Guy Holbrow is not only one of the co-founders of LFTC, but he also is the first male athlete in the club to qualify for Kona. Here’s his account of the big day on the island, the emotions, the race and the celebration. It’s a great read and we are so proud!
For me this was never about attempting to win my age group at the Ironman World Championships, but celebrating all that I’ve been fortunate enough to achieve in the sport of triathlon.
Aloha friends and family, I’ve lived my big island dream. Something, to be honest, I thought would remain out of reach! Since I qualified a few months ago for this momentous race, made additionally special by its 40th anniversary, I’ve been on cloud nine. I feel so proud to be the first male triathlete from LFTC (London Fields Triathlon Club) the club I co-found almost 10 years ago… I’m now writing my race memoirs on the airport tarmac waiting to jet off home; funny how time flies by!
It’s no surprise the humid heat here renders you instantly humble and a few pounds lighter, without so much as taking a few steps. We decided to stay a few miles out of town up in the hills for some cooler evening temperature and away from the crowds. However, with hindsight, I think it may have been easier had we found somewhere to stay within walking distance from the race epicentre and in a single storey detached condo. Unfortunately in the week leading up to the race we had disrupted sleep on account of people staying above us, not even our silicone earplugs could silence the floorboards! This did stress and discombobulate us, not the ideal preparation; I missed the parade-of-nations as I’d got my days mixed up, a GB team gathering that I’d been looking forward to, but it turned out to be uneventful in the end, spoilt by a rare downpour, so I was happy to have got some much needed rest on the beach instead.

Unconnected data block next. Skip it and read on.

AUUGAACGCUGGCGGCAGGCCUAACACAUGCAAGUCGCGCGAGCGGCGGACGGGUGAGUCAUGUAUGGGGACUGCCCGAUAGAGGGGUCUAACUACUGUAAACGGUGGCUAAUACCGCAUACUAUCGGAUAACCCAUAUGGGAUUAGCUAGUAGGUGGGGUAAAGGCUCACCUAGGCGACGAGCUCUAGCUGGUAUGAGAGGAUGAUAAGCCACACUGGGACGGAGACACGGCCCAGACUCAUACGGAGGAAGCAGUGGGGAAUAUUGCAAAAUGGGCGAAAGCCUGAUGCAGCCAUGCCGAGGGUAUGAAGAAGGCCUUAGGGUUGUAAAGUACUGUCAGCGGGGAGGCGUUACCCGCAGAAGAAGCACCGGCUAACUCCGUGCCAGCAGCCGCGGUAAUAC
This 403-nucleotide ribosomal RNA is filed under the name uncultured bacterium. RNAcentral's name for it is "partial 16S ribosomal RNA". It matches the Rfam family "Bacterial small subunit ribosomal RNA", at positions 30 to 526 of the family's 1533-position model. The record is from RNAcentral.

The moment I first walked out onto the tiny hint of beach, where we’d be stepping down onto on race day, was something else. I’d arrived and became just a little emotional as I gazed in awe around me, soaking up the abounding energy. The water was crystal clear, warm and vast. I did my first run out among the lava rocks late that afternoon. A fellow racer I’d got chatting to earlier on in the day in the main support bike shop, while I waited for some unforeseen last minute bike repairs, preempted the elevated heart rate I would likely experience for my first outing, he wasn’t far wrong! I have a particularly high sweat rate, so I new I’d consummately shed a few more pounds before the big day and was never without a bottle of water to hand. My first practise ride just blew me away, the silky smooth roads, effortlessly cruising along at 30km/hr, but not before long, the sweat was dripping off me! Well, you would have thought I’d have the sense to opt for the ventilated road helmet rather the airless aero one, right? a decision I deliberated over right up until dropping off my bike in transition! Aero it was, fortunately I picked up a good tip from a fellow racer, who advised squirting water up into my helmet, which turned out to be invaluable!